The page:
'People think they made a big mistake, electing Morsi...they hate the Brotherhood'

Anwar Sadat, nephew of the assassinated president, talks to Robert Fisk about a ‘savage’ Egypt – and why it needs help

It’s not every day you get to ask Anwar Sadat about the fall of Mohamed Morsi.

But the nephew of the Egyptian president assassinated by Islamists in 1981 – who does, by the way, look rather like his late uncle as well as sharing his name – is an eloquent, tolerant member of the old Egyptian parliament, a 52-year-old head of an NGO who was just leaving his Heliopolis office on grim business: to pay his condolences to the families of 22 of the 26 police cadets murdered in Sinai this week. All 22 were his constituents.

But, Anwar Sadat says, Morsi had to go. Had he remained in power for another year, “we would have had another hundred years of the Brotherhood in power”. Yet the problem now, he says, is that Egypt needs a political solution. “The security solution is only something temporary. The people are just saying ‘these are terrorists’ about the Brotherhood and are putting pressure on the government. The media are all in one direction and this does not help. This makes life difficult for people who want to come up with compromise and flexibility. In Egypt, we have to learn to live together. People are going crazy about these people in the Brotherhood….”

And then Anwar Sadat, the president of the tiny Reform and Development Party – right-of-centre, if you can use that expression in Egyptian politics – says something very unexpected. “Real democracy in this part of the world doesn’t really fit. We need awareness, education, to make people understand all our values. We Egyptians talk of all this civilisation we have had for 7,000 years. But we have buried all that our fathers did. We cannot even come to an understanding of what we really want.”

But there are other unexpected moments. It was the first time I had heard, for example, that the uncle of General Abdel-Fattah al-Sisi – the man who chucked Morsi and the Brotherhood from power last month – was himself in the Brotherhood in the 1950s and spent time in Nasser’s jails. Indeed, that same uncle was a close colleague of Mohamed Badie, the world leader of the Brotherhood whom General Sisi has just locked up.

“Sisi was willing to go on if the Muslim Brotherhood and their allies would show compromise. You know, he was under severe public pressure. Sisi was never close to the Brotherhood but he is conservative, like most officers. They pray. This is the moderate Islam that we all follow. But we have to accept that these people [the Brotherhood] are a big segment of society. This is a reality. We must show compromise. But we were all lucky that the army managed to isolate Suez and Sinai – otherwise all those terrorists there would have come to Cairo and there would have been much more blood.”

Anwar Sadat was in his early twenties and on the first day of his honeymoon when his uncle was shot by Lieutenant Khaled al-Islambouly.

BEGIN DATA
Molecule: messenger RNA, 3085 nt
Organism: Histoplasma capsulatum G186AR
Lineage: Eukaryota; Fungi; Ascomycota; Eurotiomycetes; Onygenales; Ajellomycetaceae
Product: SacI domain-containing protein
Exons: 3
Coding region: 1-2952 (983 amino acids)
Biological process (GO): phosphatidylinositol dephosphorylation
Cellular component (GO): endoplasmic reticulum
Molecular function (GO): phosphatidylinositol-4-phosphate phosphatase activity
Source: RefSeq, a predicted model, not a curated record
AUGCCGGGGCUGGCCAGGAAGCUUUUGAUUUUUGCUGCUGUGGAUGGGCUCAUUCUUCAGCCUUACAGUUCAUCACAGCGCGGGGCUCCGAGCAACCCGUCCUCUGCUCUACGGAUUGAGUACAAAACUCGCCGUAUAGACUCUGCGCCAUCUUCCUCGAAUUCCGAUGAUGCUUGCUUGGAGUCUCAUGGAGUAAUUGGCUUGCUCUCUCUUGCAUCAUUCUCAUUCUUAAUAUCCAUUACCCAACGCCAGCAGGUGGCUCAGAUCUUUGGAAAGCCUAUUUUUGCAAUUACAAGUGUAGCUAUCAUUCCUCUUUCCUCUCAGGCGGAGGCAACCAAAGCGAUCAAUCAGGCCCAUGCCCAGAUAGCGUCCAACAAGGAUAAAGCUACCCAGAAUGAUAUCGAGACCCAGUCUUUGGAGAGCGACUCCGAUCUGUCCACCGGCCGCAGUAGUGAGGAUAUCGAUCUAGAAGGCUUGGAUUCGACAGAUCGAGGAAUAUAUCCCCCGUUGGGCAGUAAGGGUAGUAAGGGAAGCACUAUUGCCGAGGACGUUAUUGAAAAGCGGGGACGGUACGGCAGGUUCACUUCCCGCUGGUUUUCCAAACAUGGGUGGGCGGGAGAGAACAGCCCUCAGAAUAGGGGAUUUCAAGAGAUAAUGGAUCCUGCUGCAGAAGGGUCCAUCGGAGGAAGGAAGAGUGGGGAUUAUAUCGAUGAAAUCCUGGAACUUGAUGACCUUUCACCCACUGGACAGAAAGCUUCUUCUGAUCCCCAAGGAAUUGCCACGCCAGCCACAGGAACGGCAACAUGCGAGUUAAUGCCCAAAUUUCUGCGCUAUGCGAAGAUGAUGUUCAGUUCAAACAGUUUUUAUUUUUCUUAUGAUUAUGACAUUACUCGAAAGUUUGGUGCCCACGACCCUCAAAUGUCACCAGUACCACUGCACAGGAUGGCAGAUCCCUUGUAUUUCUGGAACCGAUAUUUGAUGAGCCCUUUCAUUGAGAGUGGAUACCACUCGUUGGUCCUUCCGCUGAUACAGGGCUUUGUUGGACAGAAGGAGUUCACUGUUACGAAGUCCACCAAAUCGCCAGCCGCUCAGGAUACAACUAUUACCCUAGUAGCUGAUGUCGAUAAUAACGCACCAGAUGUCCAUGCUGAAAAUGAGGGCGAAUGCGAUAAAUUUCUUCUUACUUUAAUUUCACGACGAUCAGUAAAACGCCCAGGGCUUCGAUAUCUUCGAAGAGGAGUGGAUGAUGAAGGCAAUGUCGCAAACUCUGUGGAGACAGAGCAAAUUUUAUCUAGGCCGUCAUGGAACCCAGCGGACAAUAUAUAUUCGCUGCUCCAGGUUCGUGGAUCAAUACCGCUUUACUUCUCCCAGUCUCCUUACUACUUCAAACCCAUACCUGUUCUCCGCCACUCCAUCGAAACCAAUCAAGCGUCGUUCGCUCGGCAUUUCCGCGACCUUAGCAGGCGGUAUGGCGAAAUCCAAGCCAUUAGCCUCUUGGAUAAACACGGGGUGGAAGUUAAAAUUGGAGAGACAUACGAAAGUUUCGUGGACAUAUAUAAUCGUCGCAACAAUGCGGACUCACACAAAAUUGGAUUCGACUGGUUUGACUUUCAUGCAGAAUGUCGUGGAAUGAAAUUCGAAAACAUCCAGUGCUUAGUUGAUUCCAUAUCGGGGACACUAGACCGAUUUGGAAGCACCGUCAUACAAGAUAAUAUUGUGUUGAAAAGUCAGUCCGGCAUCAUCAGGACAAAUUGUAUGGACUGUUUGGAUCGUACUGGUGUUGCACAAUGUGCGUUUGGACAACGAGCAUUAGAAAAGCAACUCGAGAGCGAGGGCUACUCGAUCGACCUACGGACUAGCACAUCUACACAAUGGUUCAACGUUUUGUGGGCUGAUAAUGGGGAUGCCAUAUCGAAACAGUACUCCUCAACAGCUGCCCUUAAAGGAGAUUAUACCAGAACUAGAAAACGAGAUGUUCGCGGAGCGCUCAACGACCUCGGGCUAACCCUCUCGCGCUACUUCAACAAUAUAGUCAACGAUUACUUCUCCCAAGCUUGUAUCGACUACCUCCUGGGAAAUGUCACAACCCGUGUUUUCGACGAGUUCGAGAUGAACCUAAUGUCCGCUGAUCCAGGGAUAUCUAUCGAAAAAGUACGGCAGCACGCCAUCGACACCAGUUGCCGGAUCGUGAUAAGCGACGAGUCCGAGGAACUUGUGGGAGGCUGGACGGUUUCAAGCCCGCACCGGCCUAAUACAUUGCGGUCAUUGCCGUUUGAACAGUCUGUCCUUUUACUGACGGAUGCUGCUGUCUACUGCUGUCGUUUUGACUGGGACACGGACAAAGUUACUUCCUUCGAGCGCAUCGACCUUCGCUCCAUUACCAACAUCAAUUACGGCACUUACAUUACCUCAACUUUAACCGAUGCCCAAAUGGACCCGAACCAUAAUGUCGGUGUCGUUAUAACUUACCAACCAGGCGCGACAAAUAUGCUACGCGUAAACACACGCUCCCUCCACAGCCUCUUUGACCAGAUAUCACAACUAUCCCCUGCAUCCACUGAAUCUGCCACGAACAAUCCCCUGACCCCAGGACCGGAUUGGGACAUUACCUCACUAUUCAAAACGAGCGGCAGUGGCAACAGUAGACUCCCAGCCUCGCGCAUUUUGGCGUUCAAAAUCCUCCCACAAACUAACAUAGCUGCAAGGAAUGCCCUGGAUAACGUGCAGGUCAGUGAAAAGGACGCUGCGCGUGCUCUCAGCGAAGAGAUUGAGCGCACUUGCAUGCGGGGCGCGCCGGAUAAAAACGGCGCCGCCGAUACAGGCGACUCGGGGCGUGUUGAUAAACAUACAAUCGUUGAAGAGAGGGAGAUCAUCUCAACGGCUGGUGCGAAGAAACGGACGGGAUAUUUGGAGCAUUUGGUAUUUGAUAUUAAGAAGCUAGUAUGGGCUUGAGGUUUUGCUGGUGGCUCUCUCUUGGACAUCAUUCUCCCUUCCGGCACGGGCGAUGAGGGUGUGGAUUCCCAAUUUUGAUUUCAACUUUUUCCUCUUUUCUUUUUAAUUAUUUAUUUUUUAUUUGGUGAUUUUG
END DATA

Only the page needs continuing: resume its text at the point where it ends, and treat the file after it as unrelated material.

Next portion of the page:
Egyptian vice President, General Hosni Mubarak, left, and late President Anwar Sadat Egyptian vice President, General Hosni Mubarak, left, and late President Anwar Sadat(AFP/Getty)
“I was on the plane going to Germany and I checked into our hotel in Munich and the manager came to see me – he was almost in tears and said he had “terrible news” – and then the embassy called and I was back in Cairo by the evening. The Brotherhood respected President Sadat. The Brotherhood gave our family a medal only two months ago. They believed he was not Nasser and not Mubarak, that there was no torture then and that President Sadat had a certain tolerance and gave them a chance to reactivate their activities – as long as they followed the rules. At that time, the leftists and the Nasserists were very much against the peace treaty with Israel.”

Over the past two and a half years, Anwar Sadat got to know Morsi. “He is a good-hearted man – not a genius, but a good man. But it was the [Brotherhood] group who were controlling the whole show. He was representing them in the presidency, not all Egyptians. The problem was that they were a big failure, they lacked experience of how to deal with the opposition, they excluded the youngsters of the 2011 revolution.”

And Hosni Mubarak, the 85-year-old president deposed 30 months before Morsi’s overthrow? Should he be freed? Anwar Sadat will abide by the ruling of the judiciary. “Mubarak, in his first 10 years, was trying hard and he was very sincere – but later on, when his sons and wife became part of his political life, he started to give up a lot of his responsibilities and leave them to his wife and sons. There were conflicts of interest and businessmen were around his son Gamal. Mubarak himself was not very fond of the idea of having his son replace him. It was Gamal’s friends and business people who kept saying ‘you are the best’, ‘you are the next man’. Mubarak knew the military would fight back against this. Tantawi [who ultimately brought Mubarak down] was tired of all these business transactions.”

Mubarak was “a human, a fighter, he was dealing with peace, with stability, but he didn’t realise that things had changed, that his government should open up and have flexibility. In this way Mubarak and Morsi made the same mistake. But one more year and we would never have had a chance to get rid of Morsi and we would have had them for the next hundred years. Political Islam – I can’t see it would work again unless the strategy changed.